Constantly a certain number of water molecules (2 to 10 billion) break up into charged particles H +, OH- (this, of course, is a simplified interpretation of the phenomenon). pH ? this abbreviation means potential hydrogen (potential hydrogen) or ?hydrogen power? (therefore, they write the capital ?p? and the capital ?H?). pH means the relative concentration of H + and OH- ions in water. The more H +, the higher the acidity of water. The more OH- and, consequently, less H-, the more alkaline the reaction will be in the water. The pH scale is divided into 14 units (from 0 to 14), where 0 is the maximum acidity, 7 is neutral, and 14 is maximum alkalinity.
It is obvious that in pure water the amount of H + and OH- ions is balanced: it is neutral pH or pH 7. With increasing ? + acidity increases, with increasing OH- alkalinity increases. An acid is a compound that releases H + ions when dissolved. Alkali in solution releases OH? ions. Simple examples:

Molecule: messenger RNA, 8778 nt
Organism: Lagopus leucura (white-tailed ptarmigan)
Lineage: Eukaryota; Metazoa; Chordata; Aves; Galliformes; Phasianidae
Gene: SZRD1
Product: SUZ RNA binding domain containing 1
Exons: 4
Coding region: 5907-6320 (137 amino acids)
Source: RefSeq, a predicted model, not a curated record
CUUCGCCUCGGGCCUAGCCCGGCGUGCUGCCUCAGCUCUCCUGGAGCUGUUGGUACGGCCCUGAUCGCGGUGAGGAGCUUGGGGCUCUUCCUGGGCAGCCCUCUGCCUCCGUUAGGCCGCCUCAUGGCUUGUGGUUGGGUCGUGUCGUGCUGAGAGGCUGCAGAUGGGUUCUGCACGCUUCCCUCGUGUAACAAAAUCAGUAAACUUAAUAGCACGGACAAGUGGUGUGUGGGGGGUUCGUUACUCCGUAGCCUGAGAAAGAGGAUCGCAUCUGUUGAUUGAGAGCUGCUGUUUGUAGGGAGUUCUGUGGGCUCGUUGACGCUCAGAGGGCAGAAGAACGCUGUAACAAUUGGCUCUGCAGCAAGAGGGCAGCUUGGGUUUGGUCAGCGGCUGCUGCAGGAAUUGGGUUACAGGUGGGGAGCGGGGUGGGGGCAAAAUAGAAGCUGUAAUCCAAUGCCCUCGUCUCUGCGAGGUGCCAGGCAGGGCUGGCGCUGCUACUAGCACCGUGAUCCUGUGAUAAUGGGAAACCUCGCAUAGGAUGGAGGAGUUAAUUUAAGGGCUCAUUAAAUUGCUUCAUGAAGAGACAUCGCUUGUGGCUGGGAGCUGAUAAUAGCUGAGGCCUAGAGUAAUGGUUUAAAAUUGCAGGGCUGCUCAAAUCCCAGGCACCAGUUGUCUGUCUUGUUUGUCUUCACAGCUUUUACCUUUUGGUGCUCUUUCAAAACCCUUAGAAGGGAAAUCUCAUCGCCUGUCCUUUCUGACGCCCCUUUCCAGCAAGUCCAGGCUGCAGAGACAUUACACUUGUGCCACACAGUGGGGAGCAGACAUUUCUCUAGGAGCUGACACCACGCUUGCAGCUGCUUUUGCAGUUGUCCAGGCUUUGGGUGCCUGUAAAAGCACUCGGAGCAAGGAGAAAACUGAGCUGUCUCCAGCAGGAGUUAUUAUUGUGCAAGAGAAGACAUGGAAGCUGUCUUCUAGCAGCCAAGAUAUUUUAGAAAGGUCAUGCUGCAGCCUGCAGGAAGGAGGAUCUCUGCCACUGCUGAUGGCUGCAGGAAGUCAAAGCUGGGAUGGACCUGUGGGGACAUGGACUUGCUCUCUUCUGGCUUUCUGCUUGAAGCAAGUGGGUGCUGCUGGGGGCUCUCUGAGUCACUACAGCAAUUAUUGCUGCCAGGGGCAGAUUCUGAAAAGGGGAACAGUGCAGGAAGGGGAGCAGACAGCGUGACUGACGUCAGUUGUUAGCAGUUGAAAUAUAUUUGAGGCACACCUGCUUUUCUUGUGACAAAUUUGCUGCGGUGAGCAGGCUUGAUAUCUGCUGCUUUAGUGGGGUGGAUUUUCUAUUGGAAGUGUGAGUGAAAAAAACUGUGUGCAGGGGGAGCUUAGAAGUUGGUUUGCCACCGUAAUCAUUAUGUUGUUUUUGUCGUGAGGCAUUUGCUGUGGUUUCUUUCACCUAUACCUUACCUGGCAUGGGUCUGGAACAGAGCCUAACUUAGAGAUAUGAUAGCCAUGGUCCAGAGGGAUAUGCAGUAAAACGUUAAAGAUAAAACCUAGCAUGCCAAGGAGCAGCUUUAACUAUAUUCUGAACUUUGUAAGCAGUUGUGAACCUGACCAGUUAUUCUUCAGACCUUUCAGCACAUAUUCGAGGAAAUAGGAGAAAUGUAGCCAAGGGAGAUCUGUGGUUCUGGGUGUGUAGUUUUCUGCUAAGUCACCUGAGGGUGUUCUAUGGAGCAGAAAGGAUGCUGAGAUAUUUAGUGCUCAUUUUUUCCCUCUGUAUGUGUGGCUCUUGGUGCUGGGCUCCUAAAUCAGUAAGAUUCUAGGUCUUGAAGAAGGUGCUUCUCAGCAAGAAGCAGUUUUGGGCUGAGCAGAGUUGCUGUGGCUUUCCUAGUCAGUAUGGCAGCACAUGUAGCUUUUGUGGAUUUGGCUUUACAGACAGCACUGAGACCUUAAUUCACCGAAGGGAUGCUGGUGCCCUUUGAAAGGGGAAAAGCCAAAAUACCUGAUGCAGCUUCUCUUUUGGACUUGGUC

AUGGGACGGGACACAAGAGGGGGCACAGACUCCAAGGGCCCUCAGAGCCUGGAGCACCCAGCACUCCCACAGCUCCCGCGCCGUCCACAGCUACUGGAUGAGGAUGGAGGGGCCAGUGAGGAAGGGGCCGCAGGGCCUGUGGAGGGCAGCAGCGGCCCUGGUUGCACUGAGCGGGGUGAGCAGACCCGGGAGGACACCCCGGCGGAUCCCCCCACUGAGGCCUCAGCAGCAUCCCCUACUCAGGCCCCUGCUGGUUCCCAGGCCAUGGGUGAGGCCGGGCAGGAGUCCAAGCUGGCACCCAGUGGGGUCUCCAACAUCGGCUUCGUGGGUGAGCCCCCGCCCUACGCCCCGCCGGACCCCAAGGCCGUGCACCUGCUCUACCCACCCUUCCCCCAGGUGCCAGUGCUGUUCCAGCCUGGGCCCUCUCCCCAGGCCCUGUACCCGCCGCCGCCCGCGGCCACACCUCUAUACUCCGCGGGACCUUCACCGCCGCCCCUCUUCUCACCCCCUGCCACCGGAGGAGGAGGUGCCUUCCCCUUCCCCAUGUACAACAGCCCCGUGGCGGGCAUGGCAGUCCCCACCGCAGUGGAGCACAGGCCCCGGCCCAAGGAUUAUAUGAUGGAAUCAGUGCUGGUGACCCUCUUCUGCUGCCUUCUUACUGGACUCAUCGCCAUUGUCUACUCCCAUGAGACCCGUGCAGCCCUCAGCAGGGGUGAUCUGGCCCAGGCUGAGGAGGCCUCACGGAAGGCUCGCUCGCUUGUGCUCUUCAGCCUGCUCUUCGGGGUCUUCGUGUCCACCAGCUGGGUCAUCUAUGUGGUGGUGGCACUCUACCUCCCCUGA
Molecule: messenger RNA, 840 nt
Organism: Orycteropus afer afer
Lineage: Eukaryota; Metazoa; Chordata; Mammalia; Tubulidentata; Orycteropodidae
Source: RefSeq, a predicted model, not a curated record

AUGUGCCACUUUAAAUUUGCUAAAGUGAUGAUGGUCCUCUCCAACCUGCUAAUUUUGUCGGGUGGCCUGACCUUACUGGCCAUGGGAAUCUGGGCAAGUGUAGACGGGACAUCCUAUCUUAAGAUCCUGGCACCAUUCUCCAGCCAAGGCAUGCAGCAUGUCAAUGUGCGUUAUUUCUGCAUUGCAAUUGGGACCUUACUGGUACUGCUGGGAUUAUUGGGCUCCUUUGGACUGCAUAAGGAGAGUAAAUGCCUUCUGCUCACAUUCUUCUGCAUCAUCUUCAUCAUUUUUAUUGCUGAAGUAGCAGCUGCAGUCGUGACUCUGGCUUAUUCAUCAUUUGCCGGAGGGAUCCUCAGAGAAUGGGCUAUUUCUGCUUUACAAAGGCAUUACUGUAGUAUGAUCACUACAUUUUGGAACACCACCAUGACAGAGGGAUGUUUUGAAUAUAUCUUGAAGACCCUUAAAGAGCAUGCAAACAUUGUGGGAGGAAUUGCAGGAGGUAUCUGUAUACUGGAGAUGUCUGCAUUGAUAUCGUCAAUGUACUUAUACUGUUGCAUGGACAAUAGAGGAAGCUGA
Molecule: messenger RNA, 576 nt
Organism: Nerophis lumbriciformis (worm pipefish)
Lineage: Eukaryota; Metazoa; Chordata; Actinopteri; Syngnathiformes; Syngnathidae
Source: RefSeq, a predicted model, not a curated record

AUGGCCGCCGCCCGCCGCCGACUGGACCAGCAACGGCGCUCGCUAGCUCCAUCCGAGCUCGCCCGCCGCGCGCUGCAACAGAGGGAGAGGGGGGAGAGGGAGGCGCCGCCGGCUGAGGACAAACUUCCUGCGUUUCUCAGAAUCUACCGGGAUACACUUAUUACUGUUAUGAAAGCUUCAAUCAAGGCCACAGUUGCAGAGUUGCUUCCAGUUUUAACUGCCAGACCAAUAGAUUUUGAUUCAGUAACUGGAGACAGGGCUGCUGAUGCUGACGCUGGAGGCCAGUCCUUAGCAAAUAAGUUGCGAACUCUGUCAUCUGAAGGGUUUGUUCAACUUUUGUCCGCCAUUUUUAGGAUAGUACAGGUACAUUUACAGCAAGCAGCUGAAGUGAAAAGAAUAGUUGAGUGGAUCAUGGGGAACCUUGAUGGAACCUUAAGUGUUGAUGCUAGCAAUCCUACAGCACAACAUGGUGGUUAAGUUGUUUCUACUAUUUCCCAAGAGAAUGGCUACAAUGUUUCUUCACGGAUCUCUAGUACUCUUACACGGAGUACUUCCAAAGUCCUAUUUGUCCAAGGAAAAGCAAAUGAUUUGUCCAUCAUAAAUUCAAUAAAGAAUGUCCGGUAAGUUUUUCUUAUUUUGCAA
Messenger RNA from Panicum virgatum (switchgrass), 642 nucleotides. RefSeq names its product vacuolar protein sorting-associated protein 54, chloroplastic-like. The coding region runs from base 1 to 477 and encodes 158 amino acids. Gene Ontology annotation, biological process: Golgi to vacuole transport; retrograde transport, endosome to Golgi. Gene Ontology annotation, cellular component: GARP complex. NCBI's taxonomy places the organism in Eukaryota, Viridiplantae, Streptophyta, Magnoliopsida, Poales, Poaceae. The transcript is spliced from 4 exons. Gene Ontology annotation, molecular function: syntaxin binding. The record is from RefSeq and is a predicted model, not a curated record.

From the table below it becomes clear why the scale has 14 divisions from 0 to 14. In pure water, at neutral pH, the concentration of H + is 1?10-7 per 1 liter. Now I understand where did the seven come from? In fact, the pH value indicates the concentration of H + ions in the solution. At pH 6.1?10-6 H +, etc. The exponent is taken, the minus sign is discarded and we get the pH value. One important distinguishing feature of the scale, which is of great practical importance, is that it is a logarithmic scale. Everything is simple ? at each step the scale increases or decreases by one order of magnitude. For example, at pH 6, H + ions are 10 times greater than at pH 7. At pH 5, H + ions are 100 times greater than at pH 7, etc. And, on the contrary, at pH 8, OH- ions will be 10 times more than at pH 7. At pH 9, OH- ions will be 100 more than at pH 7 (and 10 times more than at pH 8).